• Is the person happy?
  • What does the person like doing?

After the respondents have answered the questions, their drawings are analyzed and interpreted.

The House-Tree-Person Test Interpretation

The house-tree-person test is based on the idea that drawings reflect feelings. The details of a drawing are seen as representations of various personality traits. 

Drawing a house

The house is considered to be the expression of the respondent's family relations and family values. 

  • The roof stands for the intellectual side and spiritual life of the individual.
  • The walls might be related to the test taker’s character strength.
  • The doors and windows represent the individual’s relationship to the outside world and the level of social integration.

Drawing a tree

The tree is thought to suggest the deepest, unconscious aspects of the personality.

  • The branches may show the degree of social connectedness. For instance, a tree with no branches indicates that the person has little contact with others.
  • The trunk is often seen as a representation of inner strength.
  • The tree crown stands for ideas, thoughts, and self-concept.

Drawing a person

The person is a symbolic representation of the ideal self and one’s social interactions.

  • The head symbolizes intelligence, communication, and imagination. 
  • The eyes indicate the perception of the world.
  • The hands give information about affectivity and aggressiveness. 

There are several other aspects of drawings that therapists take into account when analyzing HTP tests:

Dimensions of objects 

The dimensions of objects in a drawing are thought to indicate self-esteem and confidence. A very small house, for example, might show the individual’s dissatisfaction with life at home. 

Level of detail

The level of detail is another revealing factor in outlining the respondent’s personality through drawing. A detailed face might indicate a need to present oneself in a favorable social light. On the contrary, pictures lacking details often indicate depression.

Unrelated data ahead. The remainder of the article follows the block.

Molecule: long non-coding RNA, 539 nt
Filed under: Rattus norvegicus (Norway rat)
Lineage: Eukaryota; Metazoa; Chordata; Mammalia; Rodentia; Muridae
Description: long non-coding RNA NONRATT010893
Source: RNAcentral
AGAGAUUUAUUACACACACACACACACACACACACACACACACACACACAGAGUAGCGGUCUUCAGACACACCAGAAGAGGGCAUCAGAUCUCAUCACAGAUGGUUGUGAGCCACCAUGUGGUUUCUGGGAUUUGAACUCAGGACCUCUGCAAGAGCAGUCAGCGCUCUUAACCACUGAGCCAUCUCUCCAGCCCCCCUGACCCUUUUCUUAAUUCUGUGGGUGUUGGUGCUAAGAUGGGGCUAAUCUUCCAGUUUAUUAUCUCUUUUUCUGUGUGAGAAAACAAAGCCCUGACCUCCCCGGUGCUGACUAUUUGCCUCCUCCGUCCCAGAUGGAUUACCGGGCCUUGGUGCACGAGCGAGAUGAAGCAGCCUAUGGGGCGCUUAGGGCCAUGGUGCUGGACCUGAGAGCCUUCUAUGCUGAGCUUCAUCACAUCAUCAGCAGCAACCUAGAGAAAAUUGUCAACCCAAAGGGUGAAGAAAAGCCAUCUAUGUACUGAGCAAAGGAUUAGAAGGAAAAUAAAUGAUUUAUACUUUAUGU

Location of objects 

The location of objects on the page is also charged with significance. Drawings close to the top of the page are considered to be related to dreams and imagination, while the ones at the bottom are connected to the physical world. Drawing on the right side of the page is linked to the future, in the center are related to the present, and left to the past.

Strokes and lines 

The pressure, firmness, and solidity of strokes and lines indicate determination and decision-making facilities. The same line drawn twice shows insecurity, dissatisfaction, or perfectionism. On the contrary, emotional strength, high self-esteem, and confidence are reflected in the firmness of the lines.

Test taker’s attitude

In addition to the above elements, therapists consider the test taker’s attitude, words, and gestures while drawing. Any display of frustration, anger, or satisfaction is considered in the test analysis. 

The House-Tree-Person Test Scoring

A house-tree-person test can be scored either in an objective quantitative or subjective qualitative manner. Trained therapists rely on John Buck’s comprehensive 350-page manual and interpretive guide in administering and scoring the HTP tests.

Quantitative scoring provides a general assessment of intelligence. Research shows that the quantitative assessment correlates highly with other well-established intelligence tests.

Reference this article:

Practical Psychology. (2020, April). The House-Person-Tree Personality Test. Retrieved from